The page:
The issue about whether ORM uses attributes often comes up, and ORM's position in this regard is sometimes misunderstood by people who are used to other approaches. The following explanation will hopefully shed some light on this issue.

    If you think in terms of the relational model, then ORM object types are like Domains on which attributes are based, where the domains are semantic domains rather than the merely syntactic domains supported by most SQL systems.

    For example, in UML or ER we might have a Class called Employee, with birthdate and hiredate as attributes. These attributes should be based on a Date domain or type. In ORM, we instead represent this example with two fact types: Employee was born on Date; Employee was hired on Date. ORM also requires value-based reference schemes for these object types. Here Employee and Date are object types, and "was born on" and "was hired on" are predicate readings. There are two roles (relationship parts) in this fact type, one played by Employee and one played by Date.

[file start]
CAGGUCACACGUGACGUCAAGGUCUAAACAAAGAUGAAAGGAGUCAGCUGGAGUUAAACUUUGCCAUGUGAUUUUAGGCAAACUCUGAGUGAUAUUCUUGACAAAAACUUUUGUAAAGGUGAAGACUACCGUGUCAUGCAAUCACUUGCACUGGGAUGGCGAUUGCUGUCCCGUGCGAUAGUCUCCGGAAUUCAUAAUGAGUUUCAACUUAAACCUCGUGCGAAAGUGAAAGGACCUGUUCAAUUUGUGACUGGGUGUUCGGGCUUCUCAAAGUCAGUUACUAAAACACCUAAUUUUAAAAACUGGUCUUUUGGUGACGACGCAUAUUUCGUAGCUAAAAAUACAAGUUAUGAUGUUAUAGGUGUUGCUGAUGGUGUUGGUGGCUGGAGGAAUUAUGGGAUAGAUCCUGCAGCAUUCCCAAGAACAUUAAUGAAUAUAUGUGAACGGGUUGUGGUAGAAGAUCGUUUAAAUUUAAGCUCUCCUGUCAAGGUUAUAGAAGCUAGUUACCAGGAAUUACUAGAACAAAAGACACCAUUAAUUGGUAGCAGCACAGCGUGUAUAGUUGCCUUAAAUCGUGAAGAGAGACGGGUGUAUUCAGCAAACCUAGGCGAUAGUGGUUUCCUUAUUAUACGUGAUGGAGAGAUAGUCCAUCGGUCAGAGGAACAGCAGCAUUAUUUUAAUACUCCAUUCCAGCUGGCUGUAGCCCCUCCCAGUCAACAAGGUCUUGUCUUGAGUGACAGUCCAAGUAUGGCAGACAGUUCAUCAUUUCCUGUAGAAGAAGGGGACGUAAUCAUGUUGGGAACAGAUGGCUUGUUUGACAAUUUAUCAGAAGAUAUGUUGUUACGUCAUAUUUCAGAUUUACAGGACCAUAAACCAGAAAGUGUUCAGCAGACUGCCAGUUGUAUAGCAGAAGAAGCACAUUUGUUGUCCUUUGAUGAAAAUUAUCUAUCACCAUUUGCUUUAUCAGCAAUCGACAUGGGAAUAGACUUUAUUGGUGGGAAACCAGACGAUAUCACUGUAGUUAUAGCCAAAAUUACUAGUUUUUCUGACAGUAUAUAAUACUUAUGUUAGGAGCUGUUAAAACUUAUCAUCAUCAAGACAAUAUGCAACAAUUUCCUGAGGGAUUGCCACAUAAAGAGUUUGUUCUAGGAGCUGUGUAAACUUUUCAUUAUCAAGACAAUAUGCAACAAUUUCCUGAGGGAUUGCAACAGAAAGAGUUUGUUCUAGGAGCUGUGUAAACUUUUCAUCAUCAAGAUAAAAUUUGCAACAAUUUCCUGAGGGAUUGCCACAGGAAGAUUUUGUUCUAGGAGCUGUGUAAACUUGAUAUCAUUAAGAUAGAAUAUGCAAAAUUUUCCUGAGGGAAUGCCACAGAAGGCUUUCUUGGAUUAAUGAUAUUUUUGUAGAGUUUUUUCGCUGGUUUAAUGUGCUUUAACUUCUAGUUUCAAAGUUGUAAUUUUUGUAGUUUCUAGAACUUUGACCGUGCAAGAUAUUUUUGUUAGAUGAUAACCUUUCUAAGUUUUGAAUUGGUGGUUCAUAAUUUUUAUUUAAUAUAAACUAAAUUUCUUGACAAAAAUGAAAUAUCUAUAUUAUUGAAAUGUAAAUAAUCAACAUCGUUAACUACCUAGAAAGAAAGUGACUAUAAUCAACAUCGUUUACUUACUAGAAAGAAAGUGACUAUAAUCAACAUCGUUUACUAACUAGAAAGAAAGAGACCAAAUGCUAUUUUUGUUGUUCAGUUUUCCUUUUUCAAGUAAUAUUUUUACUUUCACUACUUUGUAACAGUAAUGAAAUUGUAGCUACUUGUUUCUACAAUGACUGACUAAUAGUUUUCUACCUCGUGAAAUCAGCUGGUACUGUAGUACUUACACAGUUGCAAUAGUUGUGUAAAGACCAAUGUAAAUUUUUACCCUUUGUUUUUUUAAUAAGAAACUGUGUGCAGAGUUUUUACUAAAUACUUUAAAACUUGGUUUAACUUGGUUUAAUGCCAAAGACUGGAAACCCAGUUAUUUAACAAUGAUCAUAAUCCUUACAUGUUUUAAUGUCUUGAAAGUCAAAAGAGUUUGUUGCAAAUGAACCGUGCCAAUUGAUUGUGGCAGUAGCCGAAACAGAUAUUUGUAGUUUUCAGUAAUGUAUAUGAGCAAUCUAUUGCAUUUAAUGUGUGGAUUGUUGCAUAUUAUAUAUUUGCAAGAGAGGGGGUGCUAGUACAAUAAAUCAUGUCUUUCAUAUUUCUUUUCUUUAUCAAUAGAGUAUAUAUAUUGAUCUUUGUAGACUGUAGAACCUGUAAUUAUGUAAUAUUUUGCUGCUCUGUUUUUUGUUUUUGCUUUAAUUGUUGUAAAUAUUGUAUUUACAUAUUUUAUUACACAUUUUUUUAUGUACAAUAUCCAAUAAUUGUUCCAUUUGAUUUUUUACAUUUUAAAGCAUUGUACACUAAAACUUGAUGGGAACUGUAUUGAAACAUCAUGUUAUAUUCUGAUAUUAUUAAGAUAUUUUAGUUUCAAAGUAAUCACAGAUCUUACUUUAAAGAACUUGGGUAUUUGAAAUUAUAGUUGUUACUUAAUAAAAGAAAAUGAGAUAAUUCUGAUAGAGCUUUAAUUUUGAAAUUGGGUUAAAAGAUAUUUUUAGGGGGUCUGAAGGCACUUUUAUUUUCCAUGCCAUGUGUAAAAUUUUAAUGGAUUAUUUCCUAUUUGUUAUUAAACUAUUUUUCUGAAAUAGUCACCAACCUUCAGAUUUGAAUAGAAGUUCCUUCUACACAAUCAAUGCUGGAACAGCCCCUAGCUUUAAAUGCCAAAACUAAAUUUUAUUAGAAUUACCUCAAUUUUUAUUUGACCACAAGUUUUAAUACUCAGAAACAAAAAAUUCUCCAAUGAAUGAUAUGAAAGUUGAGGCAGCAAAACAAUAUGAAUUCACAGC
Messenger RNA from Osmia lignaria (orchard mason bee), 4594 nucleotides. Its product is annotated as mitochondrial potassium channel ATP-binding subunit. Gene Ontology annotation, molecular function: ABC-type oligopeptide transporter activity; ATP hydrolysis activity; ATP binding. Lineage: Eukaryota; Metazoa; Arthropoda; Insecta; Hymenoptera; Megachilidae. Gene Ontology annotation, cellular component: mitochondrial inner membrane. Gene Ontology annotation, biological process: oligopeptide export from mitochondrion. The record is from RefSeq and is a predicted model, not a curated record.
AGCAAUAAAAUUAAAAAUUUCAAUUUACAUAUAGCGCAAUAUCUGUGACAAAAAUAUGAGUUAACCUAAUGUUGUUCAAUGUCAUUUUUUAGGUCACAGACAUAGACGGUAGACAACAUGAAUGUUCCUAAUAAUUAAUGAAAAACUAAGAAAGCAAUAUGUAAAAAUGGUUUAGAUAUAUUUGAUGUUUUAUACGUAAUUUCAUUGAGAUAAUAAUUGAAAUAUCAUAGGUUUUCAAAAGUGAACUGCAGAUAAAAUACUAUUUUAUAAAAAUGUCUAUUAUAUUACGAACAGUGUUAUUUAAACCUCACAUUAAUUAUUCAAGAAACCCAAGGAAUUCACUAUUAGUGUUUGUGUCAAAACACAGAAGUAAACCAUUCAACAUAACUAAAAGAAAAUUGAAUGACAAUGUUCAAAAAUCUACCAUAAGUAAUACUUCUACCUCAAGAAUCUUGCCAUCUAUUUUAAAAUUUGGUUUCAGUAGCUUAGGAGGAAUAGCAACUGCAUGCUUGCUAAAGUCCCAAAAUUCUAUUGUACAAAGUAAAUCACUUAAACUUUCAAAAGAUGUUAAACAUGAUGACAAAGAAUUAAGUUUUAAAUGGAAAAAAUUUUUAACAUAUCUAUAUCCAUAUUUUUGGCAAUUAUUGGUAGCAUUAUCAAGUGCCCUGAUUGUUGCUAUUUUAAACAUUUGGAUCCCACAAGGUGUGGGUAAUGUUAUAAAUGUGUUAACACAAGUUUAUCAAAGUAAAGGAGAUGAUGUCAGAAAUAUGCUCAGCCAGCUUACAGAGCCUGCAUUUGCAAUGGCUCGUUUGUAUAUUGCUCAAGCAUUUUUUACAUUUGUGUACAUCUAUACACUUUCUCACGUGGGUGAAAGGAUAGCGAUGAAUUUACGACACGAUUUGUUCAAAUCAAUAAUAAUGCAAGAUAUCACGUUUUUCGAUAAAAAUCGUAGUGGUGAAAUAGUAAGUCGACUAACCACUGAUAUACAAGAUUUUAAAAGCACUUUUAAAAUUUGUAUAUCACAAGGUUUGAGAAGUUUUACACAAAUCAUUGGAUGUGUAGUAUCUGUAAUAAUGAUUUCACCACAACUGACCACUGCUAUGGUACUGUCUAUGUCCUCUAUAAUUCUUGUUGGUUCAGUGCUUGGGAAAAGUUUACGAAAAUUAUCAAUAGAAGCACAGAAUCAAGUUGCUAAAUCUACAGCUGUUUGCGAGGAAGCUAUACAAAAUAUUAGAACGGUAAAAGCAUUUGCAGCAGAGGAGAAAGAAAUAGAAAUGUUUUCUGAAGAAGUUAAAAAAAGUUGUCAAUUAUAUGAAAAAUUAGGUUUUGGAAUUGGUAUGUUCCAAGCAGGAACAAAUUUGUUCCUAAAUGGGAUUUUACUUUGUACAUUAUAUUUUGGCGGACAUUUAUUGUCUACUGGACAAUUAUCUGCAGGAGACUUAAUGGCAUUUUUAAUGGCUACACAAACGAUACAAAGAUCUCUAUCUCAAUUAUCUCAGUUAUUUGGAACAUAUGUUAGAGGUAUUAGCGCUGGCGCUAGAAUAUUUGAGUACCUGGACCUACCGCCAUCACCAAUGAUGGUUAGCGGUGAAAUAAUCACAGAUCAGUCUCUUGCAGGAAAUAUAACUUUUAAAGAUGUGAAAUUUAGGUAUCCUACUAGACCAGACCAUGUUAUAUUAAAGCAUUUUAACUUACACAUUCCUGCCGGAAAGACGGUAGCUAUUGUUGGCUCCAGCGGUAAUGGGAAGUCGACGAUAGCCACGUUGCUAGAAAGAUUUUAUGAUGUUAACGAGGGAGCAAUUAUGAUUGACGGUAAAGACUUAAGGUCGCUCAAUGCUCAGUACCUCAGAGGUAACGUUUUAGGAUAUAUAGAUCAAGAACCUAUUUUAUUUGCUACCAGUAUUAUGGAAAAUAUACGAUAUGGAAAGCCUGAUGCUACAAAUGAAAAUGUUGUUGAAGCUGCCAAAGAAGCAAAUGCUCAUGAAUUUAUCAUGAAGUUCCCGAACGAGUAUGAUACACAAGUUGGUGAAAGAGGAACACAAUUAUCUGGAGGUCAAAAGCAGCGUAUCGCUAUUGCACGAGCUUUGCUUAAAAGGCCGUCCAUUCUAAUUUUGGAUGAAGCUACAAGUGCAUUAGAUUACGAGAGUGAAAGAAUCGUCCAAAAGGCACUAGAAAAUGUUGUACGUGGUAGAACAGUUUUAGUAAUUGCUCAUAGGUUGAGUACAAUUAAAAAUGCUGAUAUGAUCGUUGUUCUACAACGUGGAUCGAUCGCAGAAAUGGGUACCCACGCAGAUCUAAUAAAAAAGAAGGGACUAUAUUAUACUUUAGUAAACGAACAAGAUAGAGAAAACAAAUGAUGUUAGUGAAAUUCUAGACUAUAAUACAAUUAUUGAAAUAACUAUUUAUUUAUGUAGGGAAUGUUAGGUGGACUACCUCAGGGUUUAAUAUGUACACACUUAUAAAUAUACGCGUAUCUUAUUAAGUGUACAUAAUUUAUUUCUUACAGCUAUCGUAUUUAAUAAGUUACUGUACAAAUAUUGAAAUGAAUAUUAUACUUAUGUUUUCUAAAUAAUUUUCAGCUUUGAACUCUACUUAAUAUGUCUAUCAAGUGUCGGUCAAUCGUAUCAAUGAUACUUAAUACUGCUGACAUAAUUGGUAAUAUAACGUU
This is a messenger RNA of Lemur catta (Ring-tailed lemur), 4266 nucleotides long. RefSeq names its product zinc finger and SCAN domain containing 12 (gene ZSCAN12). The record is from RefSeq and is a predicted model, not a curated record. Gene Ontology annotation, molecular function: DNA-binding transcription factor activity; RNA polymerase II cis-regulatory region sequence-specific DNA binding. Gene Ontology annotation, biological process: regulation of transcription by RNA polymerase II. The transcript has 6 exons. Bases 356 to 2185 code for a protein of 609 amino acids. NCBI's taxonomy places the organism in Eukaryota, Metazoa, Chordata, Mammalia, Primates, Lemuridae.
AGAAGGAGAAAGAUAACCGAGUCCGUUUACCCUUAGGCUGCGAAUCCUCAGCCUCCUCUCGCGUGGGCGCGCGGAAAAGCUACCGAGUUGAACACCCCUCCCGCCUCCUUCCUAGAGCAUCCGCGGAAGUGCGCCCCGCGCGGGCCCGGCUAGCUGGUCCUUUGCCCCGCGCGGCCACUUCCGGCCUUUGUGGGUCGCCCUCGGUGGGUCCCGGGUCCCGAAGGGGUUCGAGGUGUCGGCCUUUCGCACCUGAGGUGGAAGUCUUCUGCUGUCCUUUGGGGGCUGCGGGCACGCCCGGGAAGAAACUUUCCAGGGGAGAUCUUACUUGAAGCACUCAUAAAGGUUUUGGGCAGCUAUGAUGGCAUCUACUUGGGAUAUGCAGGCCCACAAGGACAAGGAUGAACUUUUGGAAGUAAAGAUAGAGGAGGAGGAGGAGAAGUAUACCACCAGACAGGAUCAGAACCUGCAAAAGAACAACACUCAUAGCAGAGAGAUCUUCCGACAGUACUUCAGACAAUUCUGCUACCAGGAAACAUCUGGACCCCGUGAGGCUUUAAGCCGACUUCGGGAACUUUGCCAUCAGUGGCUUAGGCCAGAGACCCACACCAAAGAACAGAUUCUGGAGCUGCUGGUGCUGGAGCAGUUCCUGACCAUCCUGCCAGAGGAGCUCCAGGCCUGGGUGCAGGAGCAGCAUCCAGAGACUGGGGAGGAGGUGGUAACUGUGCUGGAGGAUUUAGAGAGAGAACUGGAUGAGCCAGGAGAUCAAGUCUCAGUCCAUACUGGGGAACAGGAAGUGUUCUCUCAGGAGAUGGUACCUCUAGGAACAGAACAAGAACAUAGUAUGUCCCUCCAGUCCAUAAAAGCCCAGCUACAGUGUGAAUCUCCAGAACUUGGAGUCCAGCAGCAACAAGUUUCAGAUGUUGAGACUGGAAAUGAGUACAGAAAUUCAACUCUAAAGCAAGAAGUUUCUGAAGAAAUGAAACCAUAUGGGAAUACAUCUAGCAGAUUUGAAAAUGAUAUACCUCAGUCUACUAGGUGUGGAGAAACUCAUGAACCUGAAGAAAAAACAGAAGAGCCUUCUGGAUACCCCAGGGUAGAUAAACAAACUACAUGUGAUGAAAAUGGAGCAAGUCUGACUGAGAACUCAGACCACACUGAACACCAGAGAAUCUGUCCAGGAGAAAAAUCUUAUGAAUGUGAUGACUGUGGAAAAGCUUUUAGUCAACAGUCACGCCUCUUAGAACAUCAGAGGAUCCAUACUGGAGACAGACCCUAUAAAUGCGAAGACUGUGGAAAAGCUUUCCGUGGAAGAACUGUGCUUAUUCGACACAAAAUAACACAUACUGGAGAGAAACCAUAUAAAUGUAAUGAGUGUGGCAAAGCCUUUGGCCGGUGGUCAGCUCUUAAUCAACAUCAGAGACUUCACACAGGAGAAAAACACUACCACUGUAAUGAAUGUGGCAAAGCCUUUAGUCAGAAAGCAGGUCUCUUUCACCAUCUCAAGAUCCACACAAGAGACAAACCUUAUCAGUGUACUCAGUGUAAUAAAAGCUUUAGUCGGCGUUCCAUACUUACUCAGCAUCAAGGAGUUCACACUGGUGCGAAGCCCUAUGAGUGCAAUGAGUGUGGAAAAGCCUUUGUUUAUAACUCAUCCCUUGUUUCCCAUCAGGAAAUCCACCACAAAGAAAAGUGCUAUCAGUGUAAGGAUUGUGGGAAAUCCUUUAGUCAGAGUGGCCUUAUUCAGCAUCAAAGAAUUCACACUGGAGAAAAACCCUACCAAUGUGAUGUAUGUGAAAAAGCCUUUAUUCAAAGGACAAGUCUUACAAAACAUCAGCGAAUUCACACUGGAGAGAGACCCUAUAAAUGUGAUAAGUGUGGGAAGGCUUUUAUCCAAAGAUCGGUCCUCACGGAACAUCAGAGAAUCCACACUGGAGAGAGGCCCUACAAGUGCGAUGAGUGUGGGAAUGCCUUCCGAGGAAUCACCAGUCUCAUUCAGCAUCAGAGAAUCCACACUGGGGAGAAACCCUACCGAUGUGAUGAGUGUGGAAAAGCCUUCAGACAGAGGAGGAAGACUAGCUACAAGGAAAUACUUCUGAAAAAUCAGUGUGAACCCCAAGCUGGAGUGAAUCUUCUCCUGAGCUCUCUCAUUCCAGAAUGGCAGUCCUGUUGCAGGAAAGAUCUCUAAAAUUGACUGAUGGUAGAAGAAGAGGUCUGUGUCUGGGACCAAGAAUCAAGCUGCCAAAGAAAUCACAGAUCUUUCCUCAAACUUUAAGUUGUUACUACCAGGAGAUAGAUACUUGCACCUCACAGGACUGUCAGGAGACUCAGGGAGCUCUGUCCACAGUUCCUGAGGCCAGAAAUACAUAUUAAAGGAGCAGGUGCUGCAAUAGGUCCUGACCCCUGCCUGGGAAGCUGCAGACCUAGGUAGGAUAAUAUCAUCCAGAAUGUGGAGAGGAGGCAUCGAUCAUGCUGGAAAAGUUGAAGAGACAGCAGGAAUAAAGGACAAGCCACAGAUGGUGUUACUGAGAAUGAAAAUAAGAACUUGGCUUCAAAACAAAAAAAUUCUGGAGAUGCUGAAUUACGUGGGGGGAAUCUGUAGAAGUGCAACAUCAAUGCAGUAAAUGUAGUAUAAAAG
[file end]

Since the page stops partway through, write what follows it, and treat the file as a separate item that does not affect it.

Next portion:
In ORM, a fact type must have at least one predicate reading, but role names are optional. If you consider binary fact types only, and name a role, then in one sense you can think of that as naming an attribute of the object type that plays the other role. For example, I might name the roles played by Date in the two fact types above as "birthdate" and "hiredate". This can be handy for specifying rules in FORML in "attribute-style", e.g. For each Employee, hiredate >= birthdate.